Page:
Author + information
- Thomas Thum, MD, PhD⁎ (, )
- Stefan von Haehling, MD, PhD and
- Stefan D. Anker, MD, PhD
- ↵⁎Molecular and Translational Therapeutic Strategies, Hannover Medical School, Carl-Neuberg-Str. 1, Hannover, Lower Saxony 30625, Germany
Afilalo et al. (1) report that an impaired gait speed (a simple measure of frailty) can be used to identify elderly patients at high risk of major in-hospital events after cardiac surgery. They defined the primary predictor slow gait speed as the time taken to walk 5 m in more than 6 s.
Gait speed is already an established marker of exercise capacity in the elderly (2), and thus the results of the study are not surprising. The overwhelming amount of previous studies including statements of consensus definitions for sarcopenia and cachexia in elderly and in chronically ill patients defines slow gait speed as a walking speed <0.8 m/s on the 4-m walk test (3,4). We thus were surprised to see that Afilalo et al. (1) used a different definition of slow gait speed and suggest using a 5-m walk test. For the 4-m gait speed test, a very large body of population-based data and normal values are available (from investigations in many thousands of subjects ). To reinvent the wheel may sometimes be a good idea, but it seems that this is not such an occasion, particularly not if we want our studies to be accepted outside of cardiology by general medicine and geriatrics; after all many of our patients are elderly. Afilalo et al. (1) suggest that a time of <6 s to walk 5 m is “normal” (i.e., >0.833 m/s), but where is the evidence of this? This small study with 131 patients cannot establish “normality.” Very large population-based studies found a cutoff of 0.8 m/s (3). We in cardiology should use these cutoffs as well, at least until we have proved that they are not useful in our patients (which seems doubtful). We suggest focusing on the use of the previous and established definition for the 4-m walk test in future trials. This would allow better comparability between previous, ongoing, and future studies in the field of frailty, sarcopenia, and/or cachexia in patients with heart disease as well as other chronic illnesses.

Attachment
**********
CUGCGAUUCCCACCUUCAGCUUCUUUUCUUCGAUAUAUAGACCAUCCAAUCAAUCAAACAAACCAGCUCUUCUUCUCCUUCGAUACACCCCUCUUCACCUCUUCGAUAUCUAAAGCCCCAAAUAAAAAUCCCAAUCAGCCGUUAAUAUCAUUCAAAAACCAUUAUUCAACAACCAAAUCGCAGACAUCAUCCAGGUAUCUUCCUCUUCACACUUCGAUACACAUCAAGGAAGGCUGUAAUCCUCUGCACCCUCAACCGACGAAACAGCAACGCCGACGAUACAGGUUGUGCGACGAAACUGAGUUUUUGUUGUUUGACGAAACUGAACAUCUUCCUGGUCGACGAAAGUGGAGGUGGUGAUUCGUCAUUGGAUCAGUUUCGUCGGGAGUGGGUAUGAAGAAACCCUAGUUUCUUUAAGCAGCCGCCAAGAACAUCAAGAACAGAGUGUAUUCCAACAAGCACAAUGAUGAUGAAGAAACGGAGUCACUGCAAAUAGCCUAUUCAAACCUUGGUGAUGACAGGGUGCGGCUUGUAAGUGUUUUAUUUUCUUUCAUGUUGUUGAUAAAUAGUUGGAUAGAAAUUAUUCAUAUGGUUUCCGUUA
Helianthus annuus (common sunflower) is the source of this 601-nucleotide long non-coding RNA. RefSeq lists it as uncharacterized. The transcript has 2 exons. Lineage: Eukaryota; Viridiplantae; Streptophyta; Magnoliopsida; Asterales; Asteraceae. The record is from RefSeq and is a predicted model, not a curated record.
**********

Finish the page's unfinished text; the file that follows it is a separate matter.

Regarding the survival analysis, we only want to state that according to their Table 1, it appears that many important parameters known to affect prognosis of such patients (including anemia, estimated glomerular filtration rate, body temperature, and plasma levels of natriuretic peptides) were not considered. Hence, we find the statement that gait speed (regardless of how it is measured) is an “incremental predictor of mortality and major morbidity” in elderly patients undergoing cardiac surgery too broad and likely wrong in selected patients. We believe that the value of using slow gait speed as a reliable marker for surgical or other outcomes in patients with cardiac illness still needs to be better defined.
- American College of Cardiology Foundation
- Afilalo J.,
- Eisenberg M.J.,
- Morin J.F.,
- et al.
- Buchner D.M.,
- Larson E.B.,
- Wagner E.H.,
- Koepsell T.D.,
- de Lateur B.J.